Concerning Myceneans, the model that appeared better in the study (based on the graph) was.
    79.8 Minoan Lasithi, 8.5 Armenia MLBA, 11.8% Europe_LNBA

    That shows actually no admixture from steppe proper.
    the study is undecisive, but there is some steppe admixture, be it arriving across the Caucasus through Armenia or through the Balkans
    and it is not so much, but it is wat makes the difference between the non-IE Minoans and the IE Myceneans

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    Quote Originally Posted by Alcuin View Post
    A lot of people have proposed that, especially with regards to Indo-European and Afro-Asiatic, though as far as I know the latter's latest proposed coalescence time would be pretty much bang on the 12,000 years ago that farming took off in the Near East.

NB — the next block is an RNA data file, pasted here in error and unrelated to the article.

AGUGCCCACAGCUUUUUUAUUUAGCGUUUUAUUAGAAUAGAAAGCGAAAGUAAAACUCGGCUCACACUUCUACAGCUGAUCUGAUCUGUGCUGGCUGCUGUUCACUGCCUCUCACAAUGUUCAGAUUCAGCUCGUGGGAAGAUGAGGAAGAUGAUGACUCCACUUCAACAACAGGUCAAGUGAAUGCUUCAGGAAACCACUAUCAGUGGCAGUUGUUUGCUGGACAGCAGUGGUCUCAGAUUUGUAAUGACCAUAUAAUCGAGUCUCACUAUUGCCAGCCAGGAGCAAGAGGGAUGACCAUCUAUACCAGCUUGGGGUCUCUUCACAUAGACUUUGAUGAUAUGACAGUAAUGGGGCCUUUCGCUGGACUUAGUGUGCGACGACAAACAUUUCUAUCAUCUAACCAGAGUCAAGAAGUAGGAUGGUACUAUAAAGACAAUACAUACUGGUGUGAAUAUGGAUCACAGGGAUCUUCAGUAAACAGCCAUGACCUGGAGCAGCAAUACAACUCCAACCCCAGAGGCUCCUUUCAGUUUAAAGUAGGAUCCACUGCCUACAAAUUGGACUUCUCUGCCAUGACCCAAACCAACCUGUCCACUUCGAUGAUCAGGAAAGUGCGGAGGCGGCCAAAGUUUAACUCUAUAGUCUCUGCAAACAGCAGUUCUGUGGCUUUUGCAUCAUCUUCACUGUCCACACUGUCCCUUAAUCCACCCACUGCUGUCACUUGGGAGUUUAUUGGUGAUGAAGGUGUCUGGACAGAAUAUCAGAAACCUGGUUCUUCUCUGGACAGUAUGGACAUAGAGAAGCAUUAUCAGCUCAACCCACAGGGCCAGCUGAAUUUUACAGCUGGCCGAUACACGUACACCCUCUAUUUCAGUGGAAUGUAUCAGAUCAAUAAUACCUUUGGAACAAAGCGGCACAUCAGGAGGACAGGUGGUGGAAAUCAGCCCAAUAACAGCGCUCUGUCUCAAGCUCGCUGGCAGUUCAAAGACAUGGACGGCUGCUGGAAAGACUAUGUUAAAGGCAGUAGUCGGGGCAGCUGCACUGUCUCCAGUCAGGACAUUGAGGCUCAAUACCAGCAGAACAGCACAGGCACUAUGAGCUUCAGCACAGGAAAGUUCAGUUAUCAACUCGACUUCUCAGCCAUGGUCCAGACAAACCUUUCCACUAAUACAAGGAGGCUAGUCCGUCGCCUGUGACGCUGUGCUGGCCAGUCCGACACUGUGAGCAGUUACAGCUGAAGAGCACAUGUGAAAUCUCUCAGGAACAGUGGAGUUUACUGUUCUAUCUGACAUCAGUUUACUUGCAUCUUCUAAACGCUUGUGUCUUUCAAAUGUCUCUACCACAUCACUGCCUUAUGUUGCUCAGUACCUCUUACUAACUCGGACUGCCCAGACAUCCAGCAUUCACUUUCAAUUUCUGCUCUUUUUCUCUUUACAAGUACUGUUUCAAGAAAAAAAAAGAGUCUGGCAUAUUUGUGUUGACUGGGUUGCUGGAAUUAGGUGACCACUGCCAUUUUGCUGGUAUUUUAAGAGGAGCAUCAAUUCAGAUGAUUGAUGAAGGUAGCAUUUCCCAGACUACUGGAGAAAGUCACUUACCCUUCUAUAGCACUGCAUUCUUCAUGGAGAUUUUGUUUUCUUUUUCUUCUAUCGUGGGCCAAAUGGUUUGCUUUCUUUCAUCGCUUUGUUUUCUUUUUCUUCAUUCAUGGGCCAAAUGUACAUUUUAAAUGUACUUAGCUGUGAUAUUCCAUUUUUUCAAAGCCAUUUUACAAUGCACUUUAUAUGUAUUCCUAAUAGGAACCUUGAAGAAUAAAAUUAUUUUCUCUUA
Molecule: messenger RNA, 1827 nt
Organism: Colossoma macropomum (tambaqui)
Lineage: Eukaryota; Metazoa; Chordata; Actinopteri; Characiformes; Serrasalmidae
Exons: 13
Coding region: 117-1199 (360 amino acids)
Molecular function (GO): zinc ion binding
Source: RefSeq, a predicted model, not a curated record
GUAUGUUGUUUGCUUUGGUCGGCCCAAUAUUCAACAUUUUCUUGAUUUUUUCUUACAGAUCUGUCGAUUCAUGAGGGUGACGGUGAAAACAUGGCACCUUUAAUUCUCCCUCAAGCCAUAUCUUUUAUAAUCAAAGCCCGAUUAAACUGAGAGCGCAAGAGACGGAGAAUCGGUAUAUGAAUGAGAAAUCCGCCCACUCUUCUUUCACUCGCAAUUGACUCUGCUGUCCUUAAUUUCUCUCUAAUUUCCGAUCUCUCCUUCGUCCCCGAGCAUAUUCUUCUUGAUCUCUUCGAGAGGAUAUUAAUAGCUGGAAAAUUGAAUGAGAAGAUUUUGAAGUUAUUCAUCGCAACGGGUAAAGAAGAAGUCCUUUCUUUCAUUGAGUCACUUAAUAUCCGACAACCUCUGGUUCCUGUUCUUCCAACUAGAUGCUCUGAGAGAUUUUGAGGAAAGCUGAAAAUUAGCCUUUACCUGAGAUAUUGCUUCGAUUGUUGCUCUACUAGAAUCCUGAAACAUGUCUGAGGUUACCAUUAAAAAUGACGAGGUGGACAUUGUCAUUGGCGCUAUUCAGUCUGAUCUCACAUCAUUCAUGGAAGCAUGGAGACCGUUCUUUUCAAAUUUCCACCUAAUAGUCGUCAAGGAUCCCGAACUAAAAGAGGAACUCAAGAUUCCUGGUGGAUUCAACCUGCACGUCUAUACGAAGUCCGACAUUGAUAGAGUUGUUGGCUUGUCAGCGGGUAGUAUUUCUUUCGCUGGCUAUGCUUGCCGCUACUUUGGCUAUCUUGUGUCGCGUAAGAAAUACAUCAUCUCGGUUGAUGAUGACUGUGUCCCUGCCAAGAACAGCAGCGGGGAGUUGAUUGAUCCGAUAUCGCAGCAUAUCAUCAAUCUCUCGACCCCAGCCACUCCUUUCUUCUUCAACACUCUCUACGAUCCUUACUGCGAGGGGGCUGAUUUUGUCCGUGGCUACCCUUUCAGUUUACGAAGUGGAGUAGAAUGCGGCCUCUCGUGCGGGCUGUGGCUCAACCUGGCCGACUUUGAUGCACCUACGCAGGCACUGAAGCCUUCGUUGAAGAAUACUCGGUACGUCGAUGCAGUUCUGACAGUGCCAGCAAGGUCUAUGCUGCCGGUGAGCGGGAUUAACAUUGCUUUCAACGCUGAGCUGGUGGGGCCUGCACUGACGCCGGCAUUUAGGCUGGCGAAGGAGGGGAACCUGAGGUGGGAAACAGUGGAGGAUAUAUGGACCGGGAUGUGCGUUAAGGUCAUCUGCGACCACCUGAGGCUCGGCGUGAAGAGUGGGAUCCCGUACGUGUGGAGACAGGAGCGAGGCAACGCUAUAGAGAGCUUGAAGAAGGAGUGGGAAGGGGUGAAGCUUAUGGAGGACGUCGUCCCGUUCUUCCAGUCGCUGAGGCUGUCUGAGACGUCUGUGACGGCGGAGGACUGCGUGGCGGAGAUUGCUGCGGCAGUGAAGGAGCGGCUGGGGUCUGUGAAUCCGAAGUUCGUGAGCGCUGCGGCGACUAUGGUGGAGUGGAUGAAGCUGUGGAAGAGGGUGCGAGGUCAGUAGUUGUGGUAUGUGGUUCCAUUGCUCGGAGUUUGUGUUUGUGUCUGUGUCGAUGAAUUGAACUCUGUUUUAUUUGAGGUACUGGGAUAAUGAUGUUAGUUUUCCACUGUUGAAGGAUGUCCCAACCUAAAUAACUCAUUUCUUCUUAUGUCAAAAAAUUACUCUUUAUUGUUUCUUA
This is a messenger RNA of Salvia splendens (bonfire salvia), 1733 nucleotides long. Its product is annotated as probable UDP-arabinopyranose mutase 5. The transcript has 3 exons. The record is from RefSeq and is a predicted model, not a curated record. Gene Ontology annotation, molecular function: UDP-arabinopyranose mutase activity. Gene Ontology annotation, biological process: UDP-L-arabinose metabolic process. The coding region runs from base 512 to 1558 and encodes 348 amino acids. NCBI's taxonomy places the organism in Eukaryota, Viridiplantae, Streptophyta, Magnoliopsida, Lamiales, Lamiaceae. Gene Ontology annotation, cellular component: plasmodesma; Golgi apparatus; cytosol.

Where would isolates such as Basque, which it is occasionally claimed forms part of a larger language group with the above families, fit in? Are similarities really limited to a few cognates here and there? Was the proto-Afro-Euro-Dravidian tongue spoken in one of the Ice Age refugia in Southern Europe or the Balkans, with some of this group's descendants developing agriculture in Anatolia and the Levant?
    it's a fabricated construction

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    of course there are cases like S America where less % change the language of pre-congistadores era
    Yes for example Bolivia and Peru.